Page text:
What is an Acid Stain?

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  • Written By: Koren Allen
  • Edited By: Bronwyn Harris
  • Last Modified Date: 12 September 2019
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Acid stain is a method for adding color and variety to ordinary concrete. Like wood stain, concrete acid stain is not a surface treatment; it penetrates into the concrete, creating a permanent color change. It is generally made with hydrochloric acid, metal or mineral salts, and water. The most popular application for acid stain is to beautify interior and exterior concrete floors, but it can be used to finish a variety of concrete structures including walls, pools, and patio furniture. Additional artistic effects can be achieved by etching patterns or designs into the concrete with a fine saw before or after staining.

Acid stains work by chemically interacting with the minerals found in the concrete. The acid opens the surface of the concrete and allows the metallic salts to penetrate deep into the pores. The metallic salts then react with the limestone found within the concrete; the water in the stain also facilitates this reaction. Different colors are produced by different metals found in the stain, as well as the addition of tints and dyes. The acid must then be neutralized to halt the reaction and stabilize the color before sealing.


Application of concrete stain is a multi-step process that is often handled by experienced concrete professionals. The surface must be thoroughly cleaned, and any chips or holes repaired. The acid stain is then applied with a sprayer and worked into the concrete with a stiff-bristled floor broom or scrub brush. After sufficient time for the color to develop, the acid is then neutralized with a solution of baking soda and water and the residue removed with mops and wet vacuums. After the concrete has dried completely, a clear sealant is usually applied to protect the floor and preserve the color.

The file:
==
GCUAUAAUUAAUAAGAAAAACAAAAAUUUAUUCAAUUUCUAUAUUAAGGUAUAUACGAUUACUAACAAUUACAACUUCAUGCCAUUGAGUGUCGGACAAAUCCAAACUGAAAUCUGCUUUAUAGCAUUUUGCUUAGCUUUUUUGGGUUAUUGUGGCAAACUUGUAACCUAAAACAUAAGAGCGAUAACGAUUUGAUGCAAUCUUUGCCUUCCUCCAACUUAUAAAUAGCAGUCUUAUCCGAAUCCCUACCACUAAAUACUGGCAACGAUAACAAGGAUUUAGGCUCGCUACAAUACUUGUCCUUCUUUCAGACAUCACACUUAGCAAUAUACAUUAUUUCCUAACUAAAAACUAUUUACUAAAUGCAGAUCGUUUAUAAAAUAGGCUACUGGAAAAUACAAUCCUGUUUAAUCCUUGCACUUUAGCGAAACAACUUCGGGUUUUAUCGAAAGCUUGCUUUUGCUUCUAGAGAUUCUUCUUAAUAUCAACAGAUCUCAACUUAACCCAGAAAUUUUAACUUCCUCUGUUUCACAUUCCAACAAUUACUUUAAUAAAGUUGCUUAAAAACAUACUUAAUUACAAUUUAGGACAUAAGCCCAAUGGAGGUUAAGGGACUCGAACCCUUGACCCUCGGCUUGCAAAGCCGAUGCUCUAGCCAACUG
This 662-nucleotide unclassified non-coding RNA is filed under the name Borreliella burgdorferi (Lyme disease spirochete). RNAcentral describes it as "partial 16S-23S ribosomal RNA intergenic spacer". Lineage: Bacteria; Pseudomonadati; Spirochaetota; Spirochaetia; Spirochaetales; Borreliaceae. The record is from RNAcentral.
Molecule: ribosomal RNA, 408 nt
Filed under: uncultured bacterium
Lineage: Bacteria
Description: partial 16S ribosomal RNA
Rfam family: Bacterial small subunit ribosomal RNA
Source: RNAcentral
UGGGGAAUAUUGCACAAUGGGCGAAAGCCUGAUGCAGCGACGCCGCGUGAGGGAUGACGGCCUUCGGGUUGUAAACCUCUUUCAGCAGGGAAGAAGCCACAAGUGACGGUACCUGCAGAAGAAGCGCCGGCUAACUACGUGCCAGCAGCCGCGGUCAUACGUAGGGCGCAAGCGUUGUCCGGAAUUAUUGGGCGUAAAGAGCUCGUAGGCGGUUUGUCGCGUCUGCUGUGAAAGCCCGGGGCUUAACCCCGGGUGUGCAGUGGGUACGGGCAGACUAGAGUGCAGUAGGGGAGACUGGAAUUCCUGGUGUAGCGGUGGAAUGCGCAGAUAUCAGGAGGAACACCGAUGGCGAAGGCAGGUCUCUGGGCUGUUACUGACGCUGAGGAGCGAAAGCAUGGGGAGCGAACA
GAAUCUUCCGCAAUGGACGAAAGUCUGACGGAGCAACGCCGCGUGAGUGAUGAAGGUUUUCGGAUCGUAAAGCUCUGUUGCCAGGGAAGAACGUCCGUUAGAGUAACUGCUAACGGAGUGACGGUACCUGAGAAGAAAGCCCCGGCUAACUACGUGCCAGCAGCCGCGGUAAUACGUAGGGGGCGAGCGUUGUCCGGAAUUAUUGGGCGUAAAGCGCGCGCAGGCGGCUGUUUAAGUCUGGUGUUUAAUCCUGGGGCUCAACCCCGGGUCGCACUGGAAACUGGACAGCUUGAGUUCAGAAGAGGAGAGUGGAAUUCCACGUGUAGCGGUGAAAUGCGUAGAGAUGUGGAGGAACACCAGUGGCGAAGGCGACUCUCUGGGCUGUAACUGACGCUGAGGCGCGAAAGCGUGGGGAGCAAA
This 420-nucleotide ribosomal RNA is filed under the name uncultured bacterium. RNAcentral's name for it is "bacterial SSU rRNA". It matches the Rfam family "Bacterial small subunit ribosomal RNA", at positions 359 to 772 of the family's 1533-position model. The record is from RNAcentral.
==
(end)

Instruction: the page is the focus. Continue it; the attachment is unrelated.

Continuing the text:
The finished look of acid-stained concrete is varied and mottled because of the natural variations in the concrete itself. Sometimes resembling marble, acid-staining is highly popular because of this variation; no two floors ever look exactly alike. Color choices in acid stain used to be limited to shades of bronze, brown, black, and blue-green; this reflects the range of metals used in acid stains and the chemical reactions they produced. With the addition of translucent tints and dyes, concrete stain can now be found in a much wider range of colors, including lighter shades such as yellow. Tints and dyes also help provide more even color by staining areas of the concrete that did not react with the metallic salts.

Stained concrete floors are sometimes made even more beautiful with patterns and designs etched into the surface. Artistic touches can be as simple and striking as a bold block or checkerboard design, or as intricate as delicately etched animal or floral patterns. An experienced concrete artist, with a wide variety of stains to choose from, can transform a dull concrete floor into a stunning work of art.


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